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Oh Canada

After you watch the Canadian powerhouses of Baroness von Sketch Show and think to yourself “Dear god, this is so real” and “I’ve gotta talk about this,” do yourself a favor and think a-boot your options: Refrain from sharing your sage wisdom with any woman anywhere (believe us, she gets it). Instead, tell a fellow bro and get the mansplaining out of your system while also spreading the word about a great show.

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Dudes, that’s the deal.
Women, start reading again here:


Check out the preview episode of Baroness von Sketch Show and watch the series premiere August 2 on IFC.

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Happy Tears

Binge Don’t Cringe

Catch up on episodes of Documentary Now! and Portlandia.

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Photo Credit: GIFs via GIPHY

A brain can only take so much.

Every five minutes, all day, every day, ludicrously stressful headlines push our mental limits as we struggle to adapt to a reality that seems increasingly less real. What’s a mind to do when simple denial just isn’t good enough anymore?

Radical suggestion: repeal and replace. And by that we mean take all the bad news that keeps you up at night, press pause, and substitute it with some genuine (not nervous, for a change) laughter. Here are some of the issues on our mind.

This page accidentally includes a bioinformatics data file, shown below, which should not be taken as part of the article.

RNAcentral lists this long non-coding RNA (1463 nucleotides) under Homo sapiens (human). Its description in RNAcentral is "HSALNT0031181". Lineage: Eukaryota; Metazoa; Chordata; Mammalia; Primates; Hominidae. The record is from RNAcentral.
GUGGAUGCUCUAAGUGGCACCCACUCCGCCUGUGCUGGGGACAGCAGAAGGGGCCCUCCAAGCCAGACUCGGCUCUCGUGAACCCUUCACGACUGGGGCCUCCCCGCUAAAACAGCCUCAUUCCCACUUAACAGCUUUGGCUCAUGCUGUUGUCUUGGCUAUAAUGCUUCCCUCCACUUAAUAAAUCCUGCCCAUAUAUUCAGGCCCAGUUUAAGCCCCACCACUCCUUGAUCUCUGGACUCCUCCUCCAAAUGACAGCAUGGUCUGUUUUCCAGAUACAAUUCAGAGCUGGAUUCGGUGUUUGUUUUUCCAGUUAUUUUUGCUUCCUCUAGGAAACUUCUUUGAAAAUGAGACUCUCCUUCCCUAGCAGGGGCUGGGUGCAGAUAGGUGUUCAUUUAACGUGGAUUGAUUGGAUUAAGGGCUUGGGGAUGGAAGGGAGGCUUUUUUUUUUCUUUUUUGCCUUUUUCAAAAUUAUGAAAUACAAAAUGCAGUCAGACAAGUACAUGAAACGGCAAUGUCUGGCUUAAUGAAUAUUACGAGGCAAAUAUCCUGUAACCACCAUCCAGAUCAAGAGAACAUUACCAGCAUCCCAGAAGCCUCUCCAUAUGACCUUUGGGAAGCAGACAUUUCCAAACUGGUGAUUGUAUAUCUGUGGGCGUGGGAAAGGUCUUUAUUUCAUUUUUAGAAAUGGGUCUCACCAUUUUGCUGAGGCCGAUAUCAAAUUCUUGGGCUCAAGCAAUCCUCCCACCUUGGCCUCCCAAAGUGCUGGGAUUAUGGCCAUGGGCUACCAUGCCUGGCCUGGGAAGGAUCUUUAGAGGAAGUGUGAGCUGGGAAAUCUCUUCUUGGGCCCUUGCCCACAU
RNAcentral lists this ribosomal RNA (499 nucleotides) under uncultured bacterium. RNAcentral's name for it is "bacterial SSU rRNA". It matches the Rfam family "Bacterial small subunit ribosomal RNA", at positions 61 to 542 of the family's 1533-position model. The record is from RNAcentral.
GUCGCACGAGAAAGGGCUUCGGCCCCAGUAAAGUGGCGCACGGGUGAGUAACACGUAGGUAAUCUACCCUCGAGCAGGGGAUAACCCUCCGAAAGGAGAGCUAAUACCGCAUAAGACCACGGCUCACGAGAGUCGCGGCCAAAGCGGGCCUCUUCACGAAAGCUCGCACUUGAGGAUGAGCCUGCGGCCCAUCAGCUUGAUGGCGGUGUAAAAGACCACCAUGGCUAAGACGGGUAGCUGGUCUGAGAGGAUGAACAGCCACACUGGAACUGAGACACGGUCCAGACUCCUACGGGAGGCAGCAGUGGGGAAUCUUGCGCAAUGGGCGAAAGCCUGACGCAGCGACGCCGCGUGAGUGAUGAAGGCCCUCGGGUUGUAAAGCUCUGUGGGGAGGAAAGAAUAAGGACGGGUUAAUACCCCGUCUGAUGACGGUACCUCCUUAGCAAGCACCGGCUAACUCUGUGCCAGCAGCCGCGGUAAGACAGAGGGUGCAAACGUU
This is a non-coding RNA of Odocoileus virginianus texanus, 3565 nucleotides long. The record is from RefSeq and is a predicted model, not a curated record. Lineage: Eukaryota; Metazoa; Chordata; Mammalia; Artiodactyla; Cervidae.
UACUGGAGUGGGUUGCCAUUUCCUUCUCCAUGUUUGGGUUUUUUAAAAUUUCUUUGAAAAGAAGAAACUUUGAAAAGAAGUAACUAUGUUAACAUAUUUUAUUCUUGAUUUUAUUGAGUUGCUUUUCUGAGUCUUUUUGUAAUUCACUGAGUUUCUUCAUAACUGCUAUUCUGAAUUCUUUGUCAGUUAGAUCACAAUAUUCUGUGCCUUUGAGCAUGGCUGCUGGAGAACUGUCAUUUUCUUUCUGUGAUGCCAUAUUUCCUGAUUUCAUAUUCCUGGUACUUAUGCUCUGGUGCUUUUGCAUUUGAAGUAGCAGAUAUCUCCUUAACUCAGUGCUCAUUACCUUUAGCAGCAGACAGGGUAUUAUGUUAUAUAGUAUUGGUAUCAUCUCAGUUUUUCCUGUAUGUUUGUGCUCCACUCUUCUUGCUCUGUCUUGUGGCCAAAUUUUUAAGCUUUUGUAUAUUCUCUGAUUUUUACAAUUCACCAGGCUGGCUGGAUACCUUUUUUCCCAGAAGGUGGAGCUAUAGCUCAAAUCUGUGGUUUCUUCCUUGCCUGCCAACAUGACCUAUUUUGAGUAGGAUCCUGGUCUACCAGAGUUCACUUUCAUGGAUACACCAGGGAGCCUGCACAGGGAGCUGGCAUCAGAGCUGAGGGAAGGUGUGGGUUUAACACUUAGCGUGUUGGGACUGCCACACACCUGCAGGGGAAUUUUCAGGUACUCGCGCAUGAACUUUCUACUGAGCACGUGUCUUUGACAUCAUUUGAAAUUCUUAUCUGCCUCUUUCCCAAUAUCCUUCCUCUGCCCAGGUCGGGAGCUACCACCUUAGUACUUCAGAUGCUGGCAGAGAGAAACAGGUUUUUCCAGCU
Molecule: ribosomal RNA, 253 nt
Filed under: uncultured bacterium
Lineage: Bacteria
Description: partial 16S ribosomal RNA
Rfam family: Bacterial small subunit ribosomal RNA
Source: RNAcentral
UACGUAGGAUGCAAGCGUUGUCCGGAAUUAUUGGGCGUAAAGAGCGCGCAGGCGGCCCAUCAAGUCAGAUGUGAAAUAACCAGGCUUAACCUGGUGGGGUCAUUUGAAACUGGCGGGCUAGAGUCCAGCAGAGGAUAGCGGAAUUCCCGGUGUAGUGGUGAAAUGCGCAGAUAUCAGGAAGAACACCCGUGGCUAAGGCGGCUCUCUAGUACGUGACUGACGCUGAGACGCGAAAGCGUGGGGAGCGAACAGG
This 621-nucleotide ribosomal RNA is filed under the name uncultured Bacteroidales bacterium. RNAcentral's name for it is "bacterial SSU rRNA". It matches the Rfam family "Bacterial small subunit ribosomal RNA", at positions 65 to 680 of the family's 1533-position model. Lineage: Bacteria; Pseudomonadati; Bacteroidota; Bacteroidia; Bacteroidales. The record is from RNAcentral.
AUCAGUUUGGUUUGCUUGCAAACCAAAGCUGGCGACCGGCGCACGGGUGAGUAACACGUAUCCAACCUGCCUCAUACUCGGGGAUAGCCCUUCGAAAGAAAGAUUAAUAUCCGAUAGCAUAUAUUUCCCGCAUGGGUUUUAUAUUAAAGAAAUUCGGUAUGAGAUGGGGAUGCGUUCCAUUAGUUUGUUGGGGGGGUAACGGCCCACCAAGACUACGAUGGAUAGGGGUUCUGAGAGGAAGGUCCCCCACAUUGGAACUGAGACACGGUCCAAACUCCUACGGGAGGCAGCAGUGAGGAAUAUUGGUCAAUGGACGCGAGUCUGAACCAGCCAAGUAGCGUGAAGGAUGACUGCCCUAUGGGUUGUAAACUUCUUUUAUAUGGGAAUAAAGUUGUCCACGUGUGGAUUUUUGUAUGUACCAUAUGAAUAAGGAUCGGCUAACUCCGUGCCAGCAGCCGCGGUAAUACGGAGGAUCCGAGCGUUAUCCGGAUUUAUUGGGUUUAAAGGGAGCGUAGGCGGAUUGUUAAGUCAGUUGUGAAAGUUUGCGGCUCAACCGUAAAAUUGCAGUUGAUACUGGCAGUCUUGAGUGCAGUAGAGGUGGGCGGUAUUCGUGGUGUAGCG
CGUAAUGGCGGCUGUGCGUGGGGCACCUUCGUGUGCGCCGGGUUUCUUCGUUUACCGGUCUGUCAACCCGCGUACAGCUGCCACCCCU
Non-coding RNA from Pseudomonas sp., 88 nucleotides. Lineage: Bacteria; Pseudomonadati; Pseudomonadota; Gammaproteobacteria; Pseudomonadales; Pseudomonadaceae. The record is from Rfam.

Gender Inequality

Feminist bookstore owners by day, still feminist bookstore owners by night, Toni and Candace show the male gaze who’s boss. Learn about their origin story (SPOILER: there’s an epic dance battle) and see what happens when their own brand of empowerment gets out of hand.

Healthcare

From Candace’s heart attack to the rise of the rawvolution, this Portlandia episode proves that healthcare is vital.

Peaceful Protests

Too many online petitions, too little time? Get WOKE with Fred and Carrie when they learn how to protest.

What Could Have Been

Can’t say the name “Clinton” without bursting into tears? Documentary Now!’s masterfully political “The Bunker” sheds a cozy new light on the house that Bill and Hill built. Just pretend you don’t know how the story really ends.

Fake News

A healthy way to break the high-drama news cycle is to switch over to “Dronez”, which has all the thrills of ubiquitous adventure journalism without any of the customary depression.

The more you watch, the better you feel. So get started on past episodes of Documentary Now! and Portlandia right now at IFC.com and the IFC app.